Op-Ed: James Zadroga Act at Two Years
On January 2nd it will have been two years since President Obama signed the James Zadroga 9/11 Health and Compensation Act into law.
Time is not always an ally to those who are fighting cancer and other debilitating diseases caused by exposure to toxins. But the past two years have vindicated those who called for and fought for the Zadroga bill.
The medical monitoring has already begun to produce important information about environmentally caused cancers. The long term monitoring of those in the WTC Health Registry may eventually reveal other valuable insights about environmentally caused cancers. The treatment of those who are sick and injured as a result of the attacks has hopefully begun to help ease the burdens they now carry as a direct result of their courage and service in the wake of the 9-11 attacks.
Last month, the Journal of the American Medical Association published a study that found among the people enrolled in the World Trade Center Health Registry, there were half-again as many people who had prostate cancer as should be expected, two times as many with thyroid cancer as should be expected, and three times as many people with multiple myeloma as should be expected, compared to the background cancer rates for New York State residents. The study was in line with earlier findings.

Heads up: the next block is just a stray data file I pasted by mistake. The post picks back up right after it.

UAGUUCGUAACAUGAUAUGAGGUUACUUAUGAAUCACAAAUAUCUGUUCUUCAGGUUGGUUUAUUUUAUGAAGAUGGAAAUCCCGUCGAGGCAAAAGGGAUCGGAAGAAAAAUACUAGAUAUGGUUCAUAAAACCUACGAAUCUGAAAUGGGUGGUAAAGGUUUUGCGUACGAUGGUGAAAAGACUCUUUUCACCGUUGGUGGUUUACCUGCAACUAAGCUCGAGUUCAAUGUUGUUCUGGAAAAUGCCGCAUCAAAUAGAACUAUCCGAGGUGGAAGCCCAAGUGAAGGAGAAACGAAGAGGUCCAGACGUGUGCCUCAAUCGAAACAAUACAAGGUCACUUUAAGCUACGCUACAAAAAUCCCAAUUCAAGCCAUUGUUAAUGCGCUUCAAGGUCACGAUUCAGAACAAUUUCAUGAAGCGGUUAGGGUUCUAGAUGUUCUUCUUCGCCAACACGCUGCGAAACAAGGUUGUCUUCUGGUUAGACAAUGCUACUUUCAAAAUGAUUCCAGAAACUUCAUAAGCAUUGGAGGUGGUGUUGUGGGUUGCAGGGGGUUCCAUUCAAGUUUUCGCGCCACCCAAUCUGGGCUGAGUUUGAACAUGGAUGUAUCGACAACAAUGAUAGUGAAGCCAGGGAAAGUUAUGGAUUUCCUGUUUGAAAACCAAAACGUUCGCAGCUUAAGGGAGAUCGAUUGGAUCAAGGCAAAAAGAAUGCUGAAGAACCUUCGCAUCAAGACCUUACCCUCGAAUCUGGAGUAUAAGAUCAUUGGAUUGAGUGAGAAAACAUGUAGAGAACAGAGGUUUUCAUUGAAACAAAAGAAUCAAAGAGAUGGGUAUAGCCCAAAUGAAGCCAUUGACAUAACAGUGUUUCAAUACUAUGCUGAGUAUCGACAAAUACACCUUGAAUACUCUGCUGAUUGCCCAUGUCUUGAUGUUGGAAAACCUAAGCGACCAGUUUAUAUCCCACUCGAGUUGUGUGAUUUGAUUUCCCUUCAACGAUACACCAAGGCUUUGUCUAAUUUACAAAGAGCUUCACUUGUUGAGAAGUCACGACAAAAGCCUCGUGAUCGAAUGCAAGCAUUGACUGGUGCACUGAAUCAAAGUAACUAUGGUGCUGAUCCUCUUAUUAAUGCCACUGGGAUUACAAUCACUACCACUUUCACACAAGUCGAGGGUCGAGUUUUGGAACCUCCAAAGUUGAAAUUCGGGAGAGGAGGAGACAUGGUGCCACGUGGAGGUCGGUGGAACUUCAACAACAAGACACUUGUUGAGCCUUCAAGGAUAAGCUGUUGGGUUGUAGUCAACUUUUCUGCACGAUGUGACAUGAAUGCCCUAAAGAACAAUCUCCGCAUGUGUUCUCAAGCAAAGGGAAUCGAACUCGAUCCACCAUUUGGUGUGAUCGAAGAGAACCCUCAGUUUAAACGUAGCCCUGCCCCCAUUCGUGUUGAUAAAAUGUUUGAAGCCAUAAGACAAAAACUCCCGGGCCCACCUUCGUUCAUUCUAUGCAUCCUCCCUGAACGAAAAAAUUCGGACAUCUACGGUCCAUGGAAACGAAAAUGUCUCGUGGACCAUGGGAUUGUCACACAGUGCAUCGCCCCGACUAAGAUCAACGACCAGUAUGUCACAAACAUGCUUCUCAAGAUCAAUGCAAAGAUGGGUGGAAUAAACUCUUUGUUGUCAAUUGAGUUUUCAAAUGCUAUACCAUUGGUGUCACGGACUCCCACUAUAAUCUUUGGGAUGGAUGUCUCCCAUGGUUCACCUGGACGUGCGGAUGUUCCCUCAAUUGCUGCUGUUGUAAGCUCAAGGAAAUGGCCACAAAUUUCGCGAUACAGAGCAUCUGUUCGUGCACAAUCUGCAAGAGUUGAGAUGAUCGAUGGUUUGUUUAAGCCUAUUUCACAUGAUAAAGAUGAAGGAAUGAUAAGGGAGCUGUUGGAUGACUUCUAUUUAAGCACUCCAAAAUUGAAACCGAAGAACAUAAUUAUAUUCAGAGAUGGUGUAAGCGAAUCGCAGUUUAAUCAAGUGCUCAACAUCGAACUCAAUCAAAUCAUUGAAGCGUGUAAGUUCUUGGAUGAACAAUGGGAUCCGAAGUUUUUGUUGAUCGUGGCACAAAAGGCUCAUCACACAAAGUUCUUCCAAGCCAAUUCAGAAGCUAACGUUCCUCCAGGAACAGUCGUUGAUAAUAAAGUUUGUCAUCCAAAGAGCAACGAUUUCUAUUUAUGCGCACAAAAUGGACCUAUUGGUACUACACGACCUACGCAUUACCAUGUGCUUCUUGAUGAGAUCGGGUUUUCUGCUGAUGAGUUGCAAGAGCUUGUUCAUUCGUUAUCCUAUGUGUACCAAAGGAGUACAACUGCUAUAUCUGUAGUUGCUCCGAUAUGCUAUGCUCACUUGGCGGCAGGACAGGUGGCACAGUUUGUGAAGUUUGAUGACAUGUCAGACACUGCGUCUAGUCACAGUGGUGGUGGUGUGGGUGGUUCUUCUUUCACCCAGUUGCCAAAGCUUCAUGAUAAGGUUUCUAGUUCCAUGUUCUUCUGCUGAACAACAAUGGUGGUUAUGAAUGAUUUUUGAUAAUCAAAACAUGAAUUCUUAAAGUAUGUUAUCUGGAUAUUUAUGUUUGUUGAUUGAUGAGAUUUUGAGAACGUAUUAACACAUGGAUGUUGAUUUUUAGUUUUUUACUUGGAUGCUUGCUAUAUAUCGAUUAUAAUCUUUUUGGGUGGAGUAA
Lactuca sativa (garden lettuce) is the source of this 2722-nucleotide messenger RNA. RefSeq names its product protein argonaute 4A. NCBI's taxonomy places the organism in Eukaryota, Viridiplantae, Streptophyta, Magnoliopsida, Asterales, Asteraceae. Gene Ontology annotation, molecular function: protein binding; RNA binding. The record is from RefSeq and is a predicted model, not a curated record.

It was further scientific proof of what far too many families already knew from experience: Prolonged exposure to the unique toxic soup at ground zero could take a terrible toll on the human body. It produced what some have called the second wave of victims in a terrorist incident.
This has been a bitter-sweet vindication for some. Especially since the warning signs of health risks began showing up almost immediately after the attacks. Within just 48 hours of the collapse of the towers, about 90 percent of the FDNY firefighters and EMS workers who were evaluated at the WTC site reported having an acute cough.
Somewhere between 250,000 and 400,000 people were immediately exposed to the mixture. But it was without question the first responders and those who worked on “the pile” and at ground zero who were hit the hardest. First responders, rescue workers, construction workers, communications workers and others logged more than 3.7 million work hours at the WTC site over the next 10 months.
The slowness of the process to get the bill passed must have been especially maddening for those who didn’t hesitate for a moment when the alarm sounded on 9-11. The fight over funding for the bill might have seemed cruel and indifferent to those whose courage and devotion to duty cost them their health. But at least that fight is over now.
In the decade long fight I led to get this bill passed, it was my honor to meet many of our 9-11 heroes. On this particular day, and on every day we draw breath; we should remember them and honor what they did for us, when we needed them the most. I hope that today, they can view the Zadroga bill as one small token signifying that America keeps it promises, and we will never forget those few, who did so much, for so many.